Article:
During my review-in-progress, I had a chance to speak with a few players about their experiences. From what I understand, most are happy with the quality of the game and a few of the interviewees asked if I wanted to join their groups after our chat. While a game like Dark Souls does offer these kinds of interactions with players, it’s far less sophisticated and certainly not the focus of the experience.

Elder Scrolls Online has yet to prove to me, a traditional single-player kind of person, that the social interactions are worth $15/month on top of the money already spent on the game. Certainly, Zenimax will include things like a “Free 90-day trial with every purchase”, so far they offer a game that’s like the series, but not really the same in spirit.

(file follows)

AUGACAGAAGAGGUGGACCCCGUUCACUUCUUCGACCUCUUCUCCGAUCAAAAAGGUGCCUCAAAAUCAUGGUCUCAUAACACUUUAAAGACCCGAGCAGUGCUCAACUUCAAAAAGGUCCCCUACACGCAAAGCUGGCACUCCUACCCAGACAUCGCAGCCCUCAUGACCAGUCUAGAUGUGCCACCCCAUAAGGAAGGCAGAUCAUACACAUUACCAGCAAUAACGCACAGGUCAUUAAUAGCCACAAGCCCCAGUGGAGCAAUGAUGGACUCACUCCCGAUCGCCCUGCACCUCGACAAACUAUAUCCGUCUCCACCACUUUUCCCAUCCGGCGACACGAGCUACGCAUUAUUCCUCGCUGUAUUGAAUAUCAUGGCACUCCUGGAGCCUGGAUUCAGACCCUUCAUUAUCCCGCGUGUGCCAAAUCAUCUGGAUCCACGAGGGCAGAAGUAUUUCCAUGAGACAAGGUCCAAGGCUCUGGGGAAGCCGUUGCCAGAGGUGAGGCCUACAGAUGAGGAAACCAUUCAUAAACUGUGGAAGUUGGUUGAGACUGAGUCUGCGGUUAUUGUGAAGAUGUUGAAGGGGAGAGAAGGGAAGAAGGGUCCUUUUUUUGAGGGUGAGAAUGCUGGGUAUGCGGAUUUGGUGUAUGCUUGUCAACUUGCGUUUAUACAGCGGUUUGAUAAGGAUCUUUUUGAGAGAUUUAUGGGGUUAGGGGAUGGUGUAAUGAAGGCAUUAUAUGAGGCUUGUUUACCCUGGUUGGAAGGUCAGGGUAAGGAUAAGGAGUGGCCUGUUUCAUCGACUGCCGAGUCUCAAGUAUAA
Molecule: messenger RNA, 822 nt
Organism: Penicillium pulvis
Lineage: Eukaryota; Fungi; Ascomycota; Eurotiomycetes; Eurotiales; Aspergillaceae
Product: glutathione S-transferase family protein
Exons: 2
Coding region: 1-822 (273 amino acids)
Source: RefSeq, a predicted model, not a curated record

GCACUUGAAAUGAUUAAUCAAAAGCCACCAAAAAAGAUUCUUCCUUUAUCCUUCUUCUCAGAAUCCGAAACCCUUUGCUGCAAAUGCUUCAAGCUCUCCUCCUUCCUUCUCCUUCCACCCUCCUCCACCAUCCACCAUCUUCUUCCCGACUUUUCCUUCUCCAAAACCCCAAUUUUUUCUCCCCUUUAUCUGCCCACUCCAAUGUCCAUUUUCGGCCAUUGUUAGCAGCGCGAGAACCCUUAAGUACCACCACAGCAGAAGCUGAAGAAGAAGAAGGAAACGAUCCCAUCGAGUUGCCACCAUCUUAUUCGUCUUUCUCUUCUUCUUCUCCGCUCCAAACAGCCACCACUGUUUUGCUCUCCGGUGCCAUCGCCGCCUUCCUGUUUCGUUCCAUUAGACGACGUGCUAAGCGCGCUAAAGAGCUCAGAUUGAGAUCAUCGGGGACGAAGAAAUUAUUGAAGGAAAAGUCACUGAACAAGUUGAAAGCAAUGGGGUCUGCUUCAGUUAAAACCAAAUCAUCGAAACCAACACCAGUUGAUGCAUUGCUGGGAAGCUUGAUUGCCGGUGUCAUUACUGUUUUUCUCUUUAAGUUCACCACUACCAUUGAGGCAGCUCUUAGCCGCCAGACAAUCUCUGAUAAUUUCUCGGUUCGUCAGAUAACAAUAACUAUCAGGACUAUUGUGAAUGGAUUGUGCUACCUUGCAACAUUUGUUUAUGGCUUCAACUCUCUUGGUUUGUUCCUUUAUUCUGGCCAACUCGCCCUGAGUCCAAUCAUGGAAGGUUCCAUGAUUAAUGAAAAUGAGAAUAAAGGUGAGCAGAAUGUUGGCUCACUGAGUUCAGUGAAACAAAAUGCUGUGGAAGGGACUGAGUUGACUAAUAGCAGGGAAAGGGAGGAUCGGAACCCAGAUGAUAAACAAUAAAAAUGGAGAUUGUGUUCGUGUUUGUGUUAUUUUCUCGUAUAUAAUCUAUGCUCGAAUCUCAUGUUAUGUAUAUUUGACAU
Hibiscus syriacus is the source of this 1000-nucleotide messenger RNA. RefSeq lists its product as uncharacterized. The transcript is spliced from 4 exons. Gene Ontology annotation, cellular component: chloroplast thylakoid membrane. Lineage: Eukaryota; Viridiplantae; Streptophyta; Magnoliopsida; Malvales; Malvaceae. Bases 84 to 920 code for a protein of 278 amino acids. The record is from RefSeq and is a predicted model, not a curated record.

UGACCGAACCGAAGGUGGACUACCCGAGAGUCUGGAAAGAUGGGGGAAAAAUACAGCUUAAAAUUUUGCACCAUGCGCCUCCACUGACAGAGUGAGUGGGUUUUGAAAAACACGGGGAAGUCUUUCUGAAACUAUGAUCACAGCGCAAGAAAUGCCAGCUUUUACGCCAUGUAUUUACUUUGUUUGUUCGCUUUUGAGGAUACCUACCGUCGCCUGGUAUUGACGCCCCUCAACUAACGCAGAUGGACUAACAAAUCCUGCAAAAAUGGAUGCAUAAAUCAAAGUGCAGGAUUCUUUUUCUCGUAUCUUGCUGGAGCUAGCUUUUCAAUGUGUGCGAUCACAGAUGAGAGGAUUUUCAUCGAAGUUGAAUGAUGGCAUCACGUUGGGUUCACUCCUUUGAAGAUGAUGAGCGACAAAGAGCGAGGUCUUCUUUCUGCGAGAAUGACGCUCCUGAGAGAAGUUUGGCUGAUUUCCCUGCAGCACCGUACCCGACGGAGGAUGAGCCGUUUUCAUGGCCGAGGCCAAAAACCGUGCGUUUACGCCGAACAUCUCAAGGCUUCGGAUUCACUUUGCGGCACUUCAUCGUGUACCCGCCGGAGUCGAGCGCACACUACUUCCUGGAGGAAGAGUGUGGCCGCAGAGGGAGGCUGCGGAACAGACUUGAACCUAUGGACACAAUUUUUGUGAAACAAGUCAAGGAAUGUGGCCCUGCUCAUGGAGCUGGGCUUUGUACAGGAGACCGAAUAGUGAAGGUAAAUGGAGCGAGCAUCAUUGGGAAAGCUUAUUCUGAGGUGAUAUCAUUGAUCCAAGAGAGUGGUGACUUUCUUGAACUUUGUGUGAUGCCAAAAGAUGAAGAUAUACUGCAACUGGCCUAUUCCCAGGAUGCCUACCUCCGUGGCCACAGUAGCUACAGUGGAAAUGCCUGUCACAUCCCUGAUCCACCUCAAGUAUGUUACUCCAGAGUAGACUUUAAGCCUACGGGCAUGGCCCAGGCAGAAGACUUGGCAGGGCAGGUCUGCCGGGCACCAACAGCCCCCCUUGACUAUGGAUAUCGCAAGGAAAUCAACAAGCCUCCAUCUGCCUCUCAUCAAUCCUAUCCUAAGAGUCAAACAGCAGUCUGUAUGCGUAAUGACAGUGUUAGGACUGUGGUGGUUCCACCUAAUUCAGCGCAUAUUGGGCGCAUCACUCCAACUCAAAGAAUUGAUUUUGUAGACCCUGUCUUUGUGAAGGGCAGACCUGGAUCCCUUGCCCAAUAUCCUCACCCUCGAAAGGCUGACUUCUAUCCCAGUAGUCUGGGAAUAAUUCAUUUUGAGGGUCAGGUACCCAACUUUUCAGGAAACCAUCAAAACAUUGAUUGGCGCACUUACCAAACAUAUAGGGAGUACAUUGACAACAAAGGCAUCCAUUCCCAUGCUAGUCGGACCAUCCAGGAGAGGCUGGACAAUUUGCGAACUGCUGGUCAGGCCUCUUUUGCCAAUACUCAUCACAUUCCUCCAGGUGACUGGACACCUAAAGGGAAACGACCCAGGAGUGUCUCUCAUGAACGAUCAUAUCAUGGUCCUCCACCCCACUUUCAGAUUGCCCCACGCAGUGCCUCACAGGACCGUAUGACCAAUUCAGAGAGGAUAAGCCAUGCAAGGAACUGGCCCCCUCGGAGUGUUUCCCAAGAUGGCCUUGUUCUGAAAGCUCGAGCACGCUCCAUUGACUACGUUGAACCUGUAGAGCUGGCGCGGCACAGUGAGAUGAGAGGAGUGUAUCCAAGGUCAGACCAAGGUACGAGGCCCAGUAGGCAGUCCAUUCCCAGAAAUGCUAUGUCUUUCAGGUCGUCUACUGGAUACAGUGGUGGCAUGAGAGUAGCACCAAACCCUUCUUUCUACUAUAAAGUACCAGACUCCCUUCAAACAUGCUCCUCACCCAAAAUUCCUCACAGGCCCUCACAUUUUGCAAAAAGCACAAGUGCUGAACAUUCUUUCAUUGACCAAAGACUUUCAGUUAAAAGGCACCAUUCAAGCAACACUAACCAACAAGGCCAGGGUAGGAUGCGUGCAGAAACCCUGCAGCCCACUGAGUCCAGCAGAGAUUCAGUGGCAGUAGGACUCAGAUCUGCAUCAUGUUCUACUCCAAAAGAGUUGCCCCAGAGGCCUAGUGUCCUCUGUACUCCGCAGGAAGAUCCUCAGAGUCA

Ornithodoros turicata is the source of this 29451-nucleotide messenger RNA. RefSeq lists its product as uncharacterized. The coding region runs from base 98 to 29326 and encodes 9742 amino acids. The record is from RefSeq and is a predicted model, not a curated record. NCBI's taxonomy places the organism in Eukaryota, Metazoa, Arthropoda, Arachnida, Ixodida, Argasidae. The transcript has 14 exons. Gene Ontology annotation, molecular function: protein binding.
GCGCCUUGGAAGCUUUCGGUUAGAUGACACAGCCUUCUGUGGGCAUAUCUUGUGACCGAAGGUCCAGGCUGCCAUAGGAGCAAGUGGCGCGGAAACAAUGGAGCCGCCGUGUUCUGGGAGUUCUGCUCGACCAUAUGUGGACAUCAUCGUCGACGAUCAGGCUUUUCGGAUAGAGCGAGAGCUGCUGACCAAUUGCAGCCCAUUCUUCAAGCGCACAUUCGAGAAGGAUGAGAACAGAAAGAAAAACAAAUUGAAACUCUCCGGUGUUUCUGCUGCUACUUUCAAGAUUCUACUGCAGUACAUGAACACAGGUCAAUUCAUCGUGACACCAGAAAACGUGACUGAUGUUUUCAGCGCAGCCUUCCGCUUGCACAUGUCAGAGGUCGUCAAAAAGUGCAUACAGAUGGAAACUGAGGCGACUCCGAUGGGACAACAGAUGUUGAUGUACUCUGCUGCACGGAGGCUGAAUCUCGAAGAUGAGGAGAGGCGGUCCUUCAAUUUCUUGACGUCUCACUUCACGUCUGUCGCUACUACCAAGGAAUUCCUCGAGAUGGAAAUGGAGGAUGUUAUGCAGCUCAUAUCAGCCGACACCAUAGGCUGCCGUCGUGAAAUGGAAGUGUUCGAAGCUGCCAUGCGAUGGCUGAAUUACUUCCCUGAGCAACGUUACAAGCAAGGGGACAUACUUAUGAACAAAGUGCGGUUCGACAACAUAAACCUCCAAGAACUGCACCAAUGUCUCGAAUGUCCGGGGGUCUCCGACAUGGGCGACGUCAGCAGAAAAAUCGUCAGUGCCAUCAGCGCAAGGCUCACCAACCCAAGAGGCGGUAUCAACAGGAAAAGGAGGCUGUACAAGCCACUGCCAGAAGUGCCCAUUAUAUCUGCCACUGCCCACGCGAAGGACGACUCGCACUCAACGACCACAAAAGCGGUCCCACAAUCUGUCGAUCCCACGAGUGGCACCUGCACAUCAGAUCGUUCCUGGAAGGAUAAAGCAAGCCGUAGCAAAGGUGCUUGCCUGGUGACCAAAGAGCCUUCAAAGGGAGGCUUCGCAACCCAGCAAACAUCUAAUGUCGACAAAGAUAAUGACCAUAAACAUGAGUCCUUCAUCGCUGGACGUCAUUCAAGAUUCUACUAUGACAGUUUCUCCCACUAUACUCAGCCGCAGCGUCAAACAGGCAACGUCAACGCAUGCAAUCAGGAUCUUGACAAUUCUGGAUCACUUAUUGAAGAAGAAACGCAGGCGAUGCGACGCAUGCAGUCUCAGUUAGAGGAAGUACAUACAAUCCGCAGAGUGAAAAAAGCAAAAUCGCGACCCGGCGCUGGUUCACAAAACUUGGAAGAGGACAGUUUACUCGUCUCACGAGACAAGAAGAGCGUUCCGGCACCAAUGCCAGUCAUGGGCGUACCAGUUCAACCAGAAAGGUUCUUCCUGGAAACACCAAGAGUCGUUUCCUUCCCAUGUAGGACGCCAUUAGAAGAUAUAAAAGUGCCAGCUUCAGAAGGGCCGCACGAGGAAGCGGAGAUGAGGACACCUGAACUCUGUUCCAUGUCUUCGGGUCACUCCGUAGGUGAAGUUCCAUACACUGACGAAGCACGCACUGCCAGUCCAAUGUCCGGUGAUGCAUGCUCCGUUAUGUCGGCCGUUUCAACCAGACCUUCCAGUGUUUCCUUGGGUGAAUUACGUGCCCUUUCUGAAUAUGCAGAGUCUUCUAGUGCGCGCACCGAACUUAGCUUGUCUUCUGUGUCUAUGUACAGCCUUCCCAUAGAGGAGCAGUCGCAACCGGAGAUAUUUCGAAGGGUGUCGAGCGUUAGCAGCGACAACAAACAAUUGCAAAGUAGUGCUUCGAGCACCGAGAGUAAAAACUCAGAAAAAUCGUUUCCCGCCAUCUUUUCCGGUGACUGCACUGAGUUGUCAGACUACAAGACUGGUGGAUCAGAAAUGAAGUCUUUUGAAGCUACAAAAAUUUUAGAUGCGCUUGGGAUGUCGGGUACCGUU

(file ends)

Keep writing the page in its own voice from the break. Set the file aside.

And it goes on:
The question is: how much does monetary cost affect the overall quality of a game? Is $15/month enough to indict the game with a low score? How different is progression in ESO versus Dark Souls?

What the other Elder Scrolls games have traditionally offered to players is a prophecy to fulfill and a sprawling world to save from Daedric lords. Elder Scrolls Online‘s offerings are quite different and may strike new players as an odd departure from what people say is the best part of the series.

High expectations have been the bane of the Elder Scrolls Online. ESO was not made in the same tradition, but it has been marketed with the name and thus is held on the same level as the other entries in the series.

This is the Elder Scrolls where the games have literal books inside of them that you can read. This is Elder Scrolls where characters have dialogue trees longer than most Shakespearean plays. This is Elder Scrolls where story progression and exploration is everything.

Without a cohesive story, is Elder Scrolls Online even part of the series? Is it even fair to judge the game based on the other entries?

If Mass Effect Online was born and offered only a straight-forward path through a semi-story, would players be happy? Probably not. They would want to have choice, they would want to have options, they would want agency.